CANAVAN DISEASE International efforts rely on gene therapy
Scientists have long sought a cure or effective treatment for the rare disorder.
MILWAUKEE JOURNAL SENTINEL
MILWAUKEE -- Four-year-old Ashtyn Fellenz cannot sit up, raise her head or talk. And she "eats" only through a tube attached to her stomach. The Menomonee Falls, Wis., girl has a rare genetic brain disorder known as Canavan disease.
Ashtyn is one of only 21 participants from the United States, Europe and South America in an enterprising clinical trial where researchers pump genes into the brain in hopes of improving motor skills and brain function.
A floppy head and stiff limbs are trademarks of the disorder. Other symptoms include mental retardation, blindness, deafness and paralysis.
With Canavan disease, a malfunctioning gene causes a buildup in the brain of a chemical called N-acetyl aspartate. The gene fails to produce a protein responsible for breaking this substance down into the building blocks of the brain's white matter.
Also called myelin, white matter is a fatty layer that coats nerves in the brain and spinal cord. It transmits nerve impulses from the brain to other cells in the body. In Canavan disease, the white matter becomes spongy and full of tiny fluid-filled holes.
Children with the disease usually die by age 4 but in rare cases could live into their 20s, according to the National Institute of Neurological Disorders and Stroke.
The clinical trial -- which began in April 2003 and will run through summer 2005 -- is testing how gene therapy can improve the odds for children with Canavan disease.
Seeking a cure
"This is a first step; the potential down the road for a cure is a real one," said Christopher Janson, principal investigator of gene therapy for Canavan disease at Cooper Hospital, a branch of the University of Medicine and Dentistry of New Jersey. Researchers from Robert Wood Johnson Medical School -- another branch of the same university -- and Children's Hospital of Pennsylvania are also part of the team. The group plans to extend its methods to treating more common neurodegenerative disorders such as Alzheimer's, Parkinson's and Tay-Sachs.
Eight years ago, in New Zealand, the same group performed the first gene therapy treatment of a genetic brain disorder on children with Canavan disease. This work ruffled some feathers within the gene-therapy field because the investigators tested the method on humans without first showing that it was effective in animals.
At the time, they delivered genes surgically, using a fat-based molecule to shuttle genes to the brain.
These days, the team delivers genes using a different kind of brain surgery as well as a new vehicle -- an adeno-associated virus.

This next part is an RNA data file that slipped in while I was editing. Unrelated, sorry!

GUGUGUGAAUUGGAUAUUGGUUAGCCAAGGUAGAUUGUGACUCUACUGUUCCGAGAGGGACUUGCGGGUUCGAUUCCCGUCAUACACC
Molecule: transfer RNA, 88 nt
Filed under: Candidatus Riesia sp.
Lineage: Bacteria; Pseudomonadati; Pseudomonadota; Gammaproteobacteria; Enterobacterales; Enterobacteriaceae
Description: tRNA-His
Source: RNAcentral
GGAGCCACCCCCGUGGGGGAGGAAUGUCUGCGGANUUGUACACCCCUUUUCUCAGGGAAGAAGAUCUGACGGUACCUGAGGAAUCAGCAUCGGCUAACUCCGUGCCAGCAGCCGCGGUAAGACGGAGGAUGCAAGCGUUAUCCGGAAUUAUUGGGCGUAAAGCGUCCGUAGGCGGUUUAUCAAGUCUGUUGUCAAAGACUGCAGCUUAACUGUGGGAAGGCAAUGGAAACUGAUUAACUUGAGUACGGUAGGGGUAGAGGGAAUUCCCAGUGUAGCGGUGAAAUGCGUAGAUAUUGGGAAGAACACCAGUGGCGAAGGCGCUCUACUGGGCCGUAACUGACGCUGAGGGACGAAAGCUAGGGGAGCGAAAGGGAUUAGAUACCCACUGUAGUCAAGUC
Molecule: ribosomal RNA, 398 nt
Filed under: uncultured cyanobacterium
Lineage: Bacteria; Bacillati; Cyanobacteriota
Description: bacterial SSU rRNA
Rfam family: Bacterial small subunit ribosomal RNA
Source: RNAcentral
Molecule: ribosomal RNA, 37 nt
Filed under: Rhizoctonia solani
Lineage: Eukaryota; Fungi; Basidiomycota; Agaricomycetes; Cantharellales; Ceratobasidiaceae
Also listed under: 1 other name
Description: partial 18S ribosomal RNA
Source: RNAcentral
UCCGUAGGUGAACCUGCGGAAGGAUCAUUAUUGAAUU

But some gene-therapy experts remain cautious because no researchers have successfully used that kind of delivery method in humans.
Adding to the uncertainty, in late May, California-based Avigen Inc. -- a company that develops gene-therapy products -- yanked its support from a hemophilia gene therapy trial that used this type of delivery to supply genes to the liver. Two of seven patients in the study -- conducted at Stanford University, Children's Hospital of Pennsylvania and University of Pittsburgh -- developed mild liver trouble. The researchers feared the toxicity might interfere with the treatment, said Mark Kay, one of the trial's scientific advisers based at Stanford. Test animals had not shown any liver damage.
"You can't always predict what will happen in humans even if you have the best animal studies," Kay said.
Method is different
The Canavan disease researchers are unfazed. Immune responses to a virus used in the liver do not necessarily forecast what will happen when the virus is used in the brain. Indeed, in the Canavan disease trial, tests of blood serum and spinal fluid show that there is little immune response to the virus or to the gene's protein products, Janson said.
Furthermore, the difference in gene delivery method between the two trials will also affect the results, said Paola Leone, co-principal investigator of the Canavan disease trial. In the hemophilia trial, the virus was administered to an artery and transported through the bloodstream to the liver. In the Canavan disease trial, the virus was injected directly into the brain.
"If they demonstrate that it is effective in Canavan, it would be a remarkable result," said Roscoe Brady, chief of the developmental and metabolic neurology branch of the National Institute of Neurological Disorders and Stroke.
Since her gene therapy treatment one year ago, Ashtyn can now move her head from side to side and even lift her arms and legs in ways she was unable to do before. And her facial expressions have a brightness that wasn't there before, said her nurse, Jacalyn Anderson.
Ashtyn has come a long way. "She used to be just a rag doll," said Ashtyn's mother, Arlo Clark-Fellenz.
The simple act of swallowing is a chore for children who have Canavan disease, a disorder that affects mainly Ashkenazi Jews and people of Saudi Arabian descent. Neither of Ashtyn's parents has a known Jewish or Saudi Arabian heritage. Both parents must carry the culprit gene mutation for offspring to have the disease. There is then a 1-in-4 chance a child will be born with the disease. A simple prenatal blood test can reveal if a child is affected. Parents can be screened to see whether they are carriers of the defective gene that causes the disease.